Timestamp #206: Planet of the Dead

Doctor Who: Planet of the Dead
(Easter Special, 2009)

 

When stingrays attack!

At the International Gallery, a group of armed guards is hard at work protecting a golden goblet. They fire up a fancy security system as they lock up for the night, but the lasers around the perimeter don’t account for an assault from above. A masked figure Mission: Impossibles her way down, exchanges the artifact for a waving Maneki Neko, and runs out. Her accomplice is captured, so she boards a double-decker bus and bribes the driver to help her get away. The Doctor boards right after, sits beside her, and wishes her a happy Easter.

The Doctor muses about various Easters throughout time, including the original event, before a device that detects rhondium particles chirps in his pocket. As the bus traverses a tunnel and a passenger hears screaming voices, the bus leaves Earth and arrives in a vast desert.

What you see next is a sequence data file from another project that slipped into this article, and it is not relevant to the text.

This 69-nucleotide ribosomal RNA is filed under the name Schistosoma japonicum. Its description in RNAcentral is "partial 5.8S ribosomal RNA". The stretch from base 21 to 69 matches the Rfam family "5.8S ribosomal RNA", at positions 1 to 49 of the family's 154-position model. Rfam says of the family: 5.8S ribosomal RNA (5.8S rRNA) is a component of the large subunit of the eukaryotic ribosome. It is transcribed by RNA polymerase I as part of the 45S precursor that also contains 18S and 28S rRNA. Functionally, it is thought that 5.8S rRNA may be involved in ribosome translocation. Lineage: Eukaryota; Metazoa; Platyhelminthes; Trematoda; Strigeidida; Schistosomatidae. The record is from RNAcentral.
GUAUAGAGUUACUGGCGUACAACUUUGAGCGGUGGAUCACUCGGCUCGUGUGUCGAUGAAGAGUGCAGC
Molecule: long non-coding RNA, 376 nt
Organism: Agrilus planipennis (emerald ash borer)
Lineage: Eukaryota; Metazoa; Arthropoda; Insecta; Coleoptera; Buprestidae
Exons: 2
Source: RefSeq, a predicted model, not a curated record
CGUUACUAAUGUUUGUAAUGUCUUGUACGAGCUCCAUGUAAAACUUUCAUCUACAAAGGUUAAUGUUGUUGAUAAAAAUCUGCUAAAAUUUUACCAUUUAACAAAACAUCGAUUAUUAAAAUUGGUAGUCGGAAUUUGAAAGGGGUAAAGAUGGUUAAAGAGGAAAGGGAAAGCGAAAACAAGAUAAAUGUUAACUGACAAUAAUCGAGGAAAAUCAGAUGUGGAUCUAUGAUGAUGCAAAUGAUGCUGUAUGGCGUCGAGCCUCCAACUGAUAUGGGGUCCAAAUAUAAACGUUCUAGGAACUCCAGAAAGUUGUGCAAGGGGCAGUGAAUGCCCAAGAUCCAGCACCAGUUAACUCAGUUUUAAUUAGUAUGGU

The driver declares the bus immobile. True enough, because it’s a wreck. The thief, Christina de Souza, gets to know the Doctor as he analyzes the sand and doesn’t like what he tastes. The passengers blame him for their predicament, but he shows them the wormhole that they passed through. Unfortunately, the wormhole doesn’t allow them to pass through without the bus surrounding them. The driver tries to rush through, but he’s immediately reduced to a skeleton on the other side. The police on Earth immediately call for UNIT to assist.